While acts can bring in their full crew, typically Bishop and Garcia are manning the feeds going out online. “It’s like doing a late-night show where the house engineer knows how to make it sound great for television,” Garcia explains. “If a band is heavy on backing tracks, they might sub-mix that for Spenser, but we’ve spent a lot of time making sure this sounds good for the Internet so we’re the last line of defense audio and video-wise.”
“That’s probably the best way to think of it,” Bishop puts in, “like late night TV, but when we’re live streaming we also have a feed up so the band can see what fans are saying online and interact with them in real time – seeing their comments and then responding, vocally, over the stream, which is really cool.”
While it may not be live as we know it, it’s far nearer to the real thing in terms of immediacy and energy for musicians, crew and audience members than other ‘at home’ virtual options, they note. “I tell bands that it’s like playing a festival,” Bishop says. “You come in. We have back line if you need it. If not, you just give us your stage plot, drop your gear, sound check, and then play a show.”
Looking To The Future
Musical performances are only one of the many applications they can support with this setup, however – corporate events, virtual conferences, film and commercial shoots, weddings, educational seminars – any of these can just as easily be mounted in the space. In essence, it can serve performers in virtually any discipline and clients of all descriptions safely, and in line with evolving regulations for physical distancing and group gatherings.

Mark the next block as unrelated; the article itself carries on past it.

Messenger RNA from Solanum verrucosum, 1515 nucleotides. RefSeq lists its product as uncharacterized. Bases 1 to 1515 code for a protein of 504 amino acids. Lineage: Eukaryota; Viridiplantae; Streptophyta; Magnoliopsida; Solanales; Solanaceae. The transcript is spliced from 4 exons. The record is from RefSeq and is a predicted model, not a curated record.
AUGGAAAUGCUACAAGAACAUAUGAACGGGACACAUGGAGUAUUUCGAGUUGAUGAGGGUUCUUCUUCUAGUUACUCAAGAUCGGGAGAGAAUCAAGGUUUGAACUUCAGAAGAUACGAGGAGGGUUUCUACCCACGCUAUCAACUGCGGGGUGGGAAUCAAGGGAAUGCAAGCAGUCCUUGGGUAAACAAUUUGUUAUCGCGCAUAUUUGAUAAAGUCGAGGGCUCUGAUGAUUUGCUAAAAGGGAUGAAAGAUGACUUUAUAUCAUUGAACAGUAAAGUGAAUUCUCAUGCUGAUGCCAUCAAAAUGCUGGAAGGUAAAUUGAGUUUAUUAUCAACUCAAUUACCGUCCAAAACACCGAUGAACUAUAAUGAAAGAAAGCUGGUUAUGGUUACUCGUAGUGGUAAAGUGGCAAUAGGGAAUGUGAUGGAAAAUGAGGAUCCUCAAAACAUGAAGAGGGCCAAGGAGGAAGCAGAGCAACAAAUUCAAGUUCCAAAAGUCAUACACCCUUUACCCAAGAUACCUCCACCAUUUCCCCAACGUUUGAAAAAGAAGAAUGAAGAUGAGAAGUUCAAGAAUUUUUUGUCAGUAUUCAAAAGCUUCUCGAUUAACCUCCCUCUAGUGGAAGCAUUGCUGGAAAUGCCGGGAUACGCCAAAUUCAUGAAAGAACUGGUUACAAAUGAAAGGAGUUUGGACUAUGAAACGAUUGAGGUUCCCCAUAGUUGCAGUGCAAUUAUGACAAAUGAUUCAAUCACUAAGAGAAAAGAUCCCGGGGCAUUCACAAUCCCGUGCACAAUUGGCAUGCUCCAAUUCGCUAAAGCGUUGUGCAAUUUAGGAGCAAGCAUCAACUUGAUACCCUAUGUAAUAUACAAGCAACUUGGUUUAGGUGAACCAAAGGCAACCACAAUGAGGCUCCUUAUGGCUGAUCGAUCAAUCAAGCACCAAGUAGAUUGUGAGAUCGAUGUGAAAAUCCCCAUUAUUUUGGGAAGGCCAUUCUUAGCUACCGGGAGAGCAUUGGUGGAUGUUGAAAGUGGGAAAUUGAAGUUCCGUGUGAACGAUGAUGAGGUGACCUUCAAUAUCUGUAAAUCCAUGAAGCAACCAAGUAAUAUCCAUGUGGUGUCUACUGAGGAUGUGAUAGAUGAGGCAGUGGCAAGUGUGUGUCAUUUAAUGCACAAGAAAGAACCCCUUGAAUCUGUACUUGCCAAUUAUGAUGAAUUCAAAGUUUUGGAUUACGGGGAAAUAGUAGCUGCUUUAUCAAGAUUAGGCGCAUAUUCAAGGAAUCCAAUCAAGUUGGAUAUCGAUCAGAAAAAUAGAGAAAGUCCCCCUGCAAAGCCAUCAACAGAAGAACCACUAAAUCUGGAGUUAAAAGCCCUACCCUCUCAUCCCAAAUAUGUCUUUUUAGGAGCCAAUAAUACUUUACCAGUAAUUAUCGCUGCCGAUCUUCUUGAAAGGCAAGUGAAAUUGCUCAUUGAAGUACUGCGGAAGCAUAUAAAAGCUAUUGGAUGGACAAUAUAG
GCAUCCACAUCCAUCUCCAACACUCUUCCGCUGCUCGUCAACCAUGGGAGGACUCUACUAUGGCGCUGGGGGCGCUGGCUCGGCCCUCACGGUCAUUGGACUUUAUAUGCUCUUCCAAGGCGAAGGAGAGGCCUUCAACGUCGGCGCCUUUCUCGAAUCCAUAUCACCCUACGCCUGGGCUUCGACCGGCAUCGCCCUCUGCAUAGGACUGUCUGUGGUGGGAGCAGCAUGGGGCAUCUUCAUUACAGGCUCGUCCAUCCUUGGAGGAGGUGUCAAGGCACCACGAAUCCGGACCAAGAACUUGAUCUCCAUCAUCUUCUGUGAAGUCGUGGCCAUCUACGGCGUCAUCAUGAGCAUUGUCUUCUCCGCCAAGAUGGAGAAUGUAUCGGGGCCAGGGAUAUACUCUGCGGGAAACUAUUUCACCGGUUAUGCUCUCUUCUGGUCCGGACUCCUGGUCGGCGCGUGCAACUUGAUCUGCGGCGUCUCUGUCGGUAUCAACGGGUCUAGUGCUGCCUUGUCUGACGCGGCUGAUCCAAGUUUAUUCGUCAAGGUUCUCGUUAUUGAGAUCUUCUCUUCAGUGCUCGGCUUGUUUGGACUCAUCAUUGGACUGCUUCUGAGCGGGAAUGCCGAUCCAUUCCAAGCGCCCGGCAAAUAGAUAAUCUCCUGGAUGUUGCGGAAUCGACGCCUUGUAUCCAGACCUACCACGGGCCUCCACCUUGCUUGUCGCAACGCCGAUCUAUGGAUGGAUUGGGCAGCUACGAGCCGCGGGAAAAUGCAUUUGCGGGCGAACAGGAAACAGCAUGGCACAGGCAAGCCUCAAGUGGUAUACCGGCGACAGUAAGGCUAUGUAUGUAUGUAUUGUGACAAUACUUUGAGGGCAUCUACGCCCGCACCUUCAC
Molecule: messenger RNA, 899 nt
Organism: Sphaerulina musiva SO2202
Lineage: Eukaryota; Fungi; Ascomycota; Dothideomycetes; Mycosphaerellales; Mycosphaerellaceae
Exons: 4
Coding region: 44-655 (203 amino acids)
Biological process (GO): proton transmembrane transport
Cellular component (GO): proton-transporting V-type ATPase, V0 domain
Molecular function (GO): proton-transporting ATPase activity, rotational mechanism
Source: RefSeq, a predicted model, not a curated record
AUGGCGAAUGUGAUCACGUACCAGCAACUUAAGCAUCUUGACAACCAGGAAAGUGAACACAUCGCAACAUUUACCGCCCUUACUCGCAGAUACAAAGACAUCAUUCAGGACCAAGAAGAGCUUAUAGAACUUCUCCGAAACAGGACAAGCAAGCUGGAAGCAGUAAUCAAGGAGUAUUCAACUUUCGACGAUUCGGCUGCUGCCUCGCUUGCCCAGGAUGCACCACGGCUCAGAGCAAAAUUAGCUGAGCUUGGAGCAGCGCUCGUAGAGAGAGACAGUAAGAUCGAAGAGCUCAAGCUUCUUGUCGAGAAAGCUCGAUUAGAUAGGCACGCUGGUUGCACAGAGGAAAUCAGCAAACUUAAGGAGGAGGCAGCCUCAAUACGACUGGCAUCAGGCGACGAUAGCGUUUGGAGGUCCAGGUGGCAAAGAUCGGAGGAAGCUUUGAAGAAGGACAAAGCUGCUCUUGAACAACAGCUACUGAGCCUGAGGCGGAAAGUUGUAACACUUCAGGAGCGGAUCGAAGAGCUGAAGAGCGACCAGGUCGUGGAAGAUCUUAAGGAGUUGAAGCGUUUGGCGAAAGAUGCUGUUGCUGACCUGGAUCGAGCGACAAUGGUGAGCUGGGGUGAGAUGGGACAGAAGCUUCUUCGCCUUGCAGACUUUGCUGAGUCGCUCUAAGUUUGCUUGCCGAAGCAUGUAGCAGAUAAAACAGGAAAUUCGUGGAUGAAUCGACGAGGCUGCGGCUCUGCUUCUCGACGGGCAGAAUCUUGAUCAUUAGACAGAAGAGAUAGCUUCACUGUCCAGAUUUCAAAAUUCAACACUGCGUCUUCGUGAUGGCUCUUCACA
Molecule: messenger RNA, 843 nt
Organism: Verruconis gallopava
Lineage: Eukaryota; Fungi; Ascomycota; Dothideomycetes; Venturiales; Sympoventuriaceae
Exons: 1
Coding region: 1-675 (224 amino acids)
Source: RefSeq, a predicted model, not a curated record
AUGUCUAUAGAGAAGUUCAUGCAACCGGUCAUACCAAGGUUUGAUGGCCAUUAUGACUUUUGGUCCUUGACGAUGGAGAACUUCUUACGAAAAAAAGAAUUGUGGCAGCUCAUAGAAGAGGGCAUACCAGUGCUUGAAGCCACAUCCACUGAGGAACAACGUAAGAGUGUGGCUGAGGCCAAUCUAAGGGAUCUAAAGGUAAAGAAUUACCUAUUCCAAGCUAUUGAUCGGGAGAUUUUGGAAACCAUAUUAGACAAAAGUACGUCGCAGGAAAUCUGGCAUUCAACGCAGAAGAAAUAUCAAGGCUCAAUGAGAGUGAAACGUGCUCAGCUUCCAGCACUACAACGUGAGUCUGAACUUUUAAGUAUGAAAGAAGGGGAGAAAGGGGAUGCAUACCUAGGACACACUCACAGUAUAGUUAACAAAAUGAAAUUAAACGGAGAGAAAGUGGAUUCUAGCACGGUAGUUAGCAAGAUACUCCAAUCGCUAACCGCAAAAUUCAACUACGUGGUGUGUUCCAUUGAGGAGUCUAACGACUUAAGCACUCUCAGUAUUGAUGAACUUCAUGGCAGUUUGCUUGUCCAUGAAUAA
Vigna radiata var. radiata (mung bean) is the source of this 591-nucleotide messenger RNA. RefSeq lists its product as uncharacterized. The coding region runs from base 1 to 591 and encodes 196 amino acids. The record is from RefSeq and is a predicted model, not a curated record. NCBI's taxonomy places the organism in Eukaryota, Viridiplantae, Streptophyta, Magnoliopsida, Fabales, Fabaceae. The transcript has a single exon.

Given that there’s no hard, fast way of telling when – at least as far as live music is concerned – this will be going back to “normal,” it’s likely there could be a growing need for this type of space and service for the foreseeable future. As interest and the usage of the space increases, Bishop and Garcia indicate that they will continue to expand and enhance both the technology and services they offer.
As noted earlier, it’s something they’ve wanted to do for quite some time, anyway, and they intend to keep building on it as time goes on. “Kevin has a creative skill set that I was looking for before we met,” Bishop says. “Because I was always getting people asking, ‘Can you record us playing live?’ or ‘Can you do a music video in your shop?’ That wasn’t really possible to do with the quality that I wanted to have until we met. When we first started working together, we set up in a corner in the shop and did a few videos, but now we have this great studio that I’ve been dreaming about since we met. And I feel like now we’re at the level where, even after the pandemic, we’ll be able to keep this rolling.”
“Soundstages have always been a thing. Filming videos has always been a thing,” Garcia adds. “And I’m thinking, especially for the first year or two, if an artist or a band is more prone to getting sick, they’re not going to be comfortable going out, maybe even with a vaccine.”
The virtual and physical aspects of performance have been becoming more closely integrated in recent times, and that trend is quite likely to continue, both accelerated and bolstered by the pandemic. “I definitely see hybrid concerts happening more,” Bishop concludes. “Maybe smaller venues with big artists selling tickets online for five bucks, or whatever. There are going to be all kinds of new ideas coming down the pipeline as we learn from this and are forced in new direction.”